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Claims(15)
1. A method of distributing an ultrawideband (UWB) communications signal through a building, the method comprising:
generating a UWB signal; and
coupling the UWB signal to at least one electrical conductor of a mains power supply circuit of the building to distribute the UWB signal.
2. A method as any claim 1 further comprising:
generating a plurality of UWB signals at a plurality of UWB transmitters; and
coupling said plurality of UWB signals onto said electrical conductor at a plurality of different points within said building.
3. A method as claim 2 further comprising establishing a common timing between at least a subset of said UWB signals.
4. A method as claim 1, 2 or 3 further comprising receiving said UWB signal at a plurality of points within said building.
5. A method as claimed in any preceding claim and wherein said coupling comprises capacitative coupling.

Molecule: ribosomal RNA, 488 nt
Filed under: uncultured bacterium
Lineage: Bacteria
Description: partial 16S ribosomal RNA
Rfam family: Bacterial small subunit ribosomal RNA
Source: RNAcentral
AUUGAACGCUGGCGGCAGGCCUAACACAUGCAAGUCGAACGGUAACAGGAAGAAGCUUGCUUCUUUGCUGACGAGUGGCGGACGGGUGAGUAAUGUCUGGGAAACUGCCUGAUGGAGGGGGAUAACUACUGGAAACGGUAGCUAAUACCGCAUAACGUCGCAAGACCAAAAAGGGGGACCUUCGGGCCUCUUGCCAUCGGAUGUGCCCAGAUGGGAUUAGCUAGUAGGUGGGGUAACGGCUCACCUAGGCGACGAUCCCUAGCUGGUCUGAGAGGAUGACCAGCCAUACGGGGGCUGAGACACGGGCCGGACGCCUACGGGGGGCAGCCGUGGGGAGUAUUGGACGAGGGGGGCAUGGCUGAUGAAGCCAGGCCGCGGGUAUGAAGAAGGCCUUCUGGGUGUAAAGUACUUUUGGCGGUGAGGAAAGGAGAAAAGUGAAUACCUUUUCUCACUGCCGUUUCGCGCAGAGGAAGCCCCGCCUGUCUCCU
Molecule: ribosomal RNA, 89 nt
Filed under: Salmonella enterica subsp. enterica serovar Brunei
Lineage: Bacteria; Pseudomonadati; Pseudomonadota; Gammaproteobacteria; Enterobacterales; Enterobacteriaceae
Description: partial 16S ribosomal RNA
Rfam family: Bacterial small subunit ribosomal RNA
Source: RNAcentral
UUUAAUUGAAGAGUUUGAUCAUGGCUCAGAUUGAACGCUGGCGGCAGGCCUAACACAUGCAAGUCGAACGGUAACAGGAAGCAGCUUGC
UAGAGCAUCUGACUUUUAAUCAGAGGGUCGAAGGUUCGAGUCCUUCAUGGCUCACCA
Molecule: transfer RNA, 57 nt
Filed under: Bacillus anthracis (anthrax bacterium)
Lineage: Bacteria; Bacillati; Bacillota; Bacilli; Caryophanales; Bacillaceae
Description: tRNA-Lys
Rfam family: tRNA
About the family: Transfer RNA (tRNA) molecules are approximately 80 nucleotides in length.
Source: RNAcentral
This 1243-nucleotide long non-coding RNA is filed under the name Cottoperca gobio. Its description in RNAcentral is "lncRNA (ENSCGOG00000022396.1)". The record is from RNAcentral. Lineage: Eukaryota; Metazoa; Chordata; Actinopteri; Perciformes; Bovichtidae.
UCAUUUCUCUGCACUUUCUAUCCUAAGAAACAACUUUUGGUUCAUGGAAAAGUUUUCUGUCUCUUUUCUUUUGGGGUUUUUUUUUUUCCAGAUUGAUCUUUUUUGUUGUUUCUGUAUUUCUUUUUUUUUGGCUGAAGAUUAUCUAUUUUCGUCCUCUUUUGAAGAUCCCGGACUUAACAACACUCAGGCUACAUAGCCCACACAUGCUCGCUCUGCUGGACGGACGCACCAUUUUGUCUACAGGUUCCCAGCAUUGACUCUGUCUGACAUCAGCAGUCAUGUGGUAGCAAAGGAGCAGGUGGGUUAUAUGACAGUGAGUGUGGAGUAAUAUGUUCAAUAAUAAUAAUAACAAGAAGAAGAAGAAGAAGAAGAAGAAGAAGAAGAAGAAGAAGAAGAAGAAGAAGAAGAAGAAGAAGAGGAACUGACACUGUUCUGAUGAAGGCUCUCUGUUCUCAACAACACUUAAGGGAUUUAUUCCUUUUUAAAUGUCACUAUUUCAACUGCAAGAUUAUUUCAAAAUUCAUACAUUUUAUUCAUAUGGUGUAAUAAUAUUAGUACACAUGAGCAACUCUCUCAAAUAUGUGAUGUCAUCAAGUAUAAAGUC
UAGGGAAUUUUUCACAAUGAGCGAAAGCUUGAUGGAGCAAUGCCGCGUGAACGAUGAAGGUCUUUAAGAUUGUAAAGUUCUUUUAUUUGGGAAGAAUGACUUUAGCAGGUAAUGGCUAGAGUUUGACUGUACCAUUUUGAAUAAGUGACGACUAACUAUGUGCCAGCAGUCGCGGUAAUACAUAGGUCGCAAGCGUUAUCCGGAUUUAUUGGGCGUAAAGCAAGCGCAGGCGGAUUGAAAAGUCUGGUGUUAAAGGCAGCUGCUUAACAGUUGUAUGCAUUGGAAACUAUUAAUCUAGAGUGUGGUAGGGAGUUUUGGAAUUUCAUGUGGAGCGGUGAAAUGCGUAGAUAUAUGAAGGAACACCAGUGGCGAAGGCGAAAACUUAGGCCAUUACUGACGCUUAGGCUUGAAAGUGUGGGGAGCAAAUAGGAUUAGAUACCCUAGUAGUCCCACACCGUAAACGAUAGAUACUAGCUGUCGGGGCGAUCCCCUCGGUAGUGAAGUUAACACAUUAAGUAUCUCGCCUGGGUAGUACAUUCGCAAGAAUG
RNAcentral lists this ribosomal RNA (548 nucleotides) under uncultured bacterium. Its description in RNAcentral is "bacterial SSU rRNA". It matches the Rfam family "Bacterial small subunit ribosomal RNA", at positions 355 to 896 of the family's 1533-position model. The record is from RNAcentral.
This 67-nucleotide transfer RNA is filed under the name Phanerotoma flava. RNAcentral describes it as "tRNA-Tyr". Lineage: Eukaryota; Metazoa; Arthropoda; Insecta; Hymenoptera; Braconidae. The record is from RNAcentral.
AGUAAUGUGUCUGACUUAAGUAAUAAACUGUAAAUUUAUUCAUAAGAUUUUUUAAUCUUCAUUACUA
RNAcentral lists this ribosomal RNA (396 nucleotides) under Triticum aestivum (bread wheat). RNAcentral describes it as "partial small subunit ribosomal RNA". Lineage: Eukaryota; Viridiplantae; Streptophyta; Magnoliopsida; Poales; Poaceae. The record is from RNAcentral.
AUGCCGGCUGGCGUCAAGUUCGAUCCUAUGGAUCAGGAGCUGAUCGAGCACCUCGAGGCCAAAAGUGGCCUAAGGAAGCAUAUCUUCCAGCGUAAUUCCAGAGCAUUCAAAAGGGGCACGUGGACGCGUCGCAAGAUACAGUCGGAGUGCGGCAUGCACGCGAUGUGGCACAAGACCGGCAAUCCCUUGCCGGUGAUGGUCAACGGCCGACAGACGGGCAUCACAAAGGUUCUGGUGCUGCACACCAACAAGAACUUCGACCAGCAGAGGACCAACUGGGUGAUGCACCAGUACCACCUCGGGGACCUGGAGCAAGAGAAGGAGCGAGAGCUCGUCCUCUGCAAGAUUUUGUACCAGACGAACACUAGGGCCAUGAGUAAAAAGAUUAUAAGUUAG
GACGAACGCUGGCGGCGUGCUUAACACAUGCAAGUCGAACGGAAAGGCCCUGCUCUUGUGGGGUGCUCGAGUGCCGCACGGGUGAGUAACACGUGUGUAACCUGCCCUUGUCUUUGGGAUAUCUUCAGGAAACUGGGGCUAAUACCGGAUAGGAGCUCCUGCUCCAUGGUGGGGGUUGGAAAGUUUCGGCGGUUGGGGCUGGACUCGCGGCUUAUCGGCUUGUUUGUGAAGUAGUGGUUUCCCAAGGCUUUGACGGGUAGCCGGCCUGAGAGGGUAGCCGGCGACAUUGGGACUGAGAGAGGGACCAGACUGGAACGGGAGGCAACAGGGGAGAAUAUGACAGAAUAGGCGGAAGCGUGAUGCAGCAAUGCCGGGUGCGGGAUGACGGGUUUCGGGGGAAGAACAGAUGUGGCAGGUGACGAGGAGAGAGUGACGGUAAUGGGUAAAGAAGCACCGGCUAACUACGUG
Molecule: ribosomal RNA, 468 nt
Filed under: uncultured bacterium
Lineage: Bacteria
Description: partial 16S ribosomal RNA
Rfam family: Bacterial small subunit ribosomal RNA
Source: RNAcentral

6. A method as claimed in any preceding claim comprising coupling said UWB signal to two electrical conductors of said mains power supply circuit.
7. A method as claim 6 further comprising differentially driving said UWB signal onto said two conductors.
8. A method as claimed in claim 6 wherein said coupling comprises applying a current drive to said electrical conductors.
9. A method as claimed in any preceding claim wherein said coupling is performed at a central distribution point of said mains power supply circuit of said building.